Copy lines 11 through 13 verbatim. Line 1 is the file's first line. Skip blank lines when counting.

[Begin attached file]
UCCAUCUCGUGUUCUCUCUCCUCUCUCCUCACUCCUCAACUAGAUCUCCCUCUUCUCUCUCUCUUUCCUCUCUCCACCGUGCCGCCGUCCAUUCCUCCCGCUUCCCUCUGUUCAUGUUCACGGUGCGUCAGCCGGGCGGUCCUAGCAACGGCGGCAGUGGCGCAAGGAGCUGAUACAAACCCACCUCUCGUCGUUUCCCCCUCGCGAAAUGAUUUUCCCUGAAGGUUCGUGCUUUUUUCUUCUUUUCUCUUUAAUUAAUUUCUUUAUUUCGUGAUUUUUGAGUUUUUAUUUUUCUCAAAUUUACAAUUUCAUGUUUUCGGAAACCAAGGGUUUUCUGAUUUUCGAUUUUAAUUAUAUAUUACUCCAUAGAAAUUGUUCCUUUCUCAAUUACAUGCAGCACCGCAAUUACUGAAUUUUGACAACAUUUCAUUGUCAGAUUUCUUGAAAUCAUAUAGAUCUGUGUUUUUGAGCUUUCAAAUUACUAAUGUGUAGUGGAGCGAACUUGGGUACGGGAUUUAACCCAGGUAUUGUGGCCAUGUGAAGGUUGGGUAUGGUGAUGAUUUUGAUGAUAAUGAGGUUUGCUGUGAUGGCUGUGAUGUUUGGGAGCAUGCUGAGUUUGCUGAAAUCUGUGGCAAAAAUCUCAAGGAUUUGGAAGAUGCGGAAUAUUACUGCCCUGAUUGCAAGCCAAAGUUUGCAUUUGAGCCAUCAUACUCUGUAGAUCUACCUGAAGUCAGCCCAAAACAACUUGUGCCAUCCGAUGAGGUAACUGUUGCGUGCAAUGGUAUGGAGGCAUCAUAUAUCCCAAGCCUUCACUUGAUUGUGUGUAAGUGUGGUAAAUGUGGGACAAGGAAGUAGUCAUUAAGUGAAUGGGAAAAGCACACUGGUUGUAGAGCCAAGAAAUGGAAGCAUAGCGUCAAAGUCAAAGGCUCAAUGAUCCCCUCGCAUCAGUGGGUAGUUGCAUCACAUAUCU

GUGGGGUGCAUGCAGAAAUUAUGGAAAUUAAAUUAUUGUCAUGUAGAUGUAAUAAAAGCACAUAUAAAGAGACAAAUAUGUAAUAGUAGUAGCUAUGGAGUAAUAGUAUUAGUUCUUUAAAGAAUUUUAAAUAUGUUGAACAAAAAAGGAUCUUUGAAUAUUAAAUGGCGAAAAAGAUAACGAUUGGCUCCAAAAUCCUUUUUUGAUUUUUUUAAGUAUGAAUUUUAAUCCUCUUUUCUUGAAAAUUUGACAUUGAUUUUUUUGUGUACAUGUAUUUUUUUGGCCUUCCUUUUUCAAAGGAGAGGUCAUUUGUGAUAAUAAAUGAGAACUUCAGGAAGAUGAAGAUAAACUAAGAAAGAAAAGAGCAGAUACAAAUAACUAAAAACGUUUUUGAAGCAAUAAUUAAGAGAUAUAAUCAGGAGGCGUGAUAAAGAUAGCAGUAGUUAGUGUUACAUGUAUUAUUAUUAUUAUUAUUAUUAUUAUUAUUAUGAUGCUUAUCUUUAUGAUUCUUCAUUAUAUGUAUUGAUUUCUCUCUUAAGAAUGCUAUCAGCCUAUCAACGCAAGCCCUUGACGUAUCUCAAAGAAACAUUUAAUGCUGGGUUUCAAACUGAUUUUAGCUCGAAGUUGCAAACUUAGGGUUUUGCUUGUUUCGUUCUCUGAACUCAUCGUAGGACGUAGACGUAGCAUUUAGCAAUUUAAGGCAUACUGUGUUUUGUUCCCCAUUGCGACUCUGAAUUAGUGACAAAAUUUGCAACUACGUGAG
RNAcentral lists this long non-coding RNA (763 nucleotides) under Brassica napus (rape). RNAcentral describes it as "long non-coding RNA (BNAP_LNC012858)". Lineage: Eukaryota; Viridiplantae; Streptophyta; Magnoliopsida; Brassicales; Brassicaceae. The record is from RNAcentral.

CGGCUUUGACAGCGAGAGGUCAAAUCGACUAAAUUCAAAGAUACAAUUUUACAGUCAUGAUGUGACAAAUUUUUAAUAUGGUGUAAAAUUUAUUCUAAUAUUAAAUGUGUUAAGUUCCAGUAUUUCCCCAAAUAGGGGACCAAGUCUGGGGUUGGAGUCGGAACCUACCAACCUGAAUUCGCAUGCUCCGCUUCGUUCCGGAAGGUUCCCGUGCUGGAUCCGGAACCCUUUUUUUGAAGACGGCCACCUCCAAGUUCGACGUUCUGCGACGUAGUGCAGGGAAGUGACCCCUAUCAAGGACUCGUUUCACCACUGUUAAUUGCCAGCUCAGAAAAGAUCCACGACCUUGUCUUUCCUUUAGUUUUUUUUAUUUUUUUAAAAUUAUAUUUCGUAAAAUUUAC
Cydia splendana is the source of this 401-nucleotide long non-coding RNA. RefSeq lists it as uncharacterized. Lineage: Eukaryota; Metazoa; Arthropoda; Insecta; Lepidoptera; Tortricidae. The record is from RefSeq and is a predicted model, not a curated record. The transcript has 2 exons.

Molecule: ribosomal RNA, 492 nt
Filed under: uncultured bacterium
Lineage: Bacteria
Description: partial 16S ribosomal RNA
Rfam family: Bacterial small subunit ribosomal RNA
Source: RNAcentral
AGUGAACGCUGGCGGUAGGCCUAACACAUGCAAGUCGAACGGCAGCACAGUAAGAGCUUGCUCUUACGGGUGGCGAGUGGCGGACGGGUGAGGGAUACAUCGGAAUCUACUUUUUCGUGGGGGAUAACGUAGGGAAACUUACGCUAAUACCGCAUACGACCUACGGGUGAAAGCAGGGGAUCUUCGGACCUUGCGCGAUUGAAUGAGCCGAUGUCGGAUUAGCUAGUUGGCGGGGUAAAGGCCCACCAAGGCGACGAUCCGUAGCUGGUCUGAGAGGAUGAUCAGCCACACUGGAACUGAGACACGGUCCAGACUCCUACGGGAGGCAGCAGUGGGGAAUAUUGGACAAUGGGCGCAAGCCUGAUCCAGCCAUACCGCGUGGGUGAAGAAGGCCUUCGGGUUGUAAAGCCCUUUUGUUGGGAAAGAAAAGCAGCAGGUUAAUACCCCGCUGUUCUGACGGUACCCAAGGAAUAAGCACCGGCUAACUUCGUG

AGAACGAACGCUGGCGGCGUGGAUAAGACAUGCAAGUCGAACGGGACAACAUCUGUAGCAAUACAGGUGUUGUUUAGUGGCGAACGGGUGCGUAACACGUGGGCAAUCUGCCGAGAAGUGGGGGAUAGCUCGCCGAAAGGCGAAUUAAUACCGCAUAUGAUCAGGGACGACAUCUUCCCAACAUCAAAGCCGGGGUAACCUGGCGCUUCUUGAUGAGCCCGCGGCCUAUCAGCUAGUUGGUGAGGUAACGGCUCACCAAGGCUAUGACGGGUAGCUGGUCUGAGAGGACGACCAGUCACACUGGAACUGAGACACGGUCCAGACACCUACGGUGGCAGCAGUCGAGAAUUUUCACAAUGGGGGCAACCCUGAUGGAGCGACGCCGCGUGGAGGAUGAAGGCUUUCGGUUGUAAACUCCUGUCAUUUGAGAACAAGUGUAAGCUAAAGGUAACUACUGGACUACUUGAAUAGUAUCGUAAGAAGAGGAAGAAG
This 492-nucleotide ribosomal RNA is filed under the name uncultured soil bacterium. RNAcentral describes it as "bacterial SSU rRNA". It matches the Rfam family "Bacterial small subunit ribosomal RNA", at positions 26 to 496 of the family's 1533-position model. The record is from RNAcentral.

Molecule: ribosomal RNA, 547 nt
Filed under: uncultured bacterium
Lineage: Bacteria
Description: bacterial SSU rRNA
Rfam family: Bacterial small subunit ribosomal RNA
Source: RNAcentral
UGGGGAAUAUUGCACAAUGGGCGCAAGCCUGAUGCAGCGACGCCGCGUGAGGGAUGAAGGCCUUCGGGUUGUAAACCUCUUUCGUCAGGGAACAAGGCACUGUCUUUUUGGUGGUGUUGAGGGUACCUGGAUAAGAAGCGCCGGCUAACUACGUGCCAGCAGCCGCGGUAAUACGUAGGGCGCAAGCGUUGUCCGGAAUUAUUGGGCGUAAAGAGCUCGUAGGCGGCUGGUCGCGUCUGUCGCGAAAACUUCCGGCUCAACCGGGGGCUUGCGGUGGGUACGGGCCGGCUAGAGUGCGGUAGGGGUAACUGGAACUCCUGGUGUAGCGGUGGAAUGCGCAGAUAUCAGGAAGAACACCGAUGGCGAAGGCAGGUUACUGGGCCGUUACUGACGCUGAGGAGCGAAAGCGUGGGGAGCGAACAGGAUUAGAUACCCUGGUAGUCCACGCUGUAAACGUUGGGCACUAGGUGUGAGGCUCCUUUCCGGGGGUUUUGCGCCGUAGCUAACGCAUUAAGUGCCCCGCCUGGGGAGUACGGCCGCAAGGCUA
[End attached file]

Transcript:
Source: RNAcentral
AGUGAACGCUGGCGGUAGGCCUAACACAUGCAAGUCGAACGGCAGCACAGUAAGAGCUUGCUCUUACGGGUGGCGAGUGGCGGACGGGUGAGGGAUACAUCGGAAUCUACUUUUUCGUGGGGGAUAACGUAGGGAAACUUACGCUAAUACCGCAUACGACCUACGGGUGAAAGCAGGGGAUCUUCGGACCUUGCGCGAUUGAAUGAGCCGAUGUCGGAUUAGCUAGUUGGCGGGGUAAAGGCCCACCAAGGCGACGAUCCGUAGCUGGUCUGAGAGGAUGAUCAGCCACACUGGAACUGAGACACGGUCCAGACUCCUACGGGAGGCAGCAGUGGGGAAUAUUGGACAAUGGGCGCAAGCCUGAUCCAGCCAUACCGCGUGGGUGAAGAAGGCCUUCGGGUUGUAAAGCCCUUUUGUUGGGAAAGAAAAGCAGCAGGUUAAUACCCCGCUGUUCUGACGGUACCCAAGGAAUAAGCACCGGCUAACUUCGUG

AGAACGAACGCUGGCGGCGUGGAUAAGACAUGCAAGUCGAACGGGACAACAUCUGUAGCAAUACAGGUGUUGUUUAGUGGCGAACGGGUGCGUAACACGUGGGCAAUCUGCCGAGAAGUGGGGGAUAGCUCGCCGAAAGGCGAAUUAAUACCGCAUAUGAUCAGGGACGACAUCUUCCCAACAUCAAAGCCGGGGUAACCUGGCGCUUCUUGAUGAGCCCGCGGCCUAUCAGCUAGUUGGUGAGGUAACGGCUCACCAAGGCUAUGACGGGUAGCUGGUCUGAGAGGACGACCAGUCACACUGGAACUGAGACACGGUCCAGACACCUACGGUGGCAGCAGUCGAGAAUUUUCACAAUGGGGGCAACCCUGAUGGAGCGACGCCGCGUGGAGGAUGAAGGCUUUCGGUUGUAAACUCCUGUCAUUUGAGAACAAGUGUAAGCUAAAGGUAACUACUGGACUACUUGAAUAGUAUCGUAAGAAGAGGAAGAAG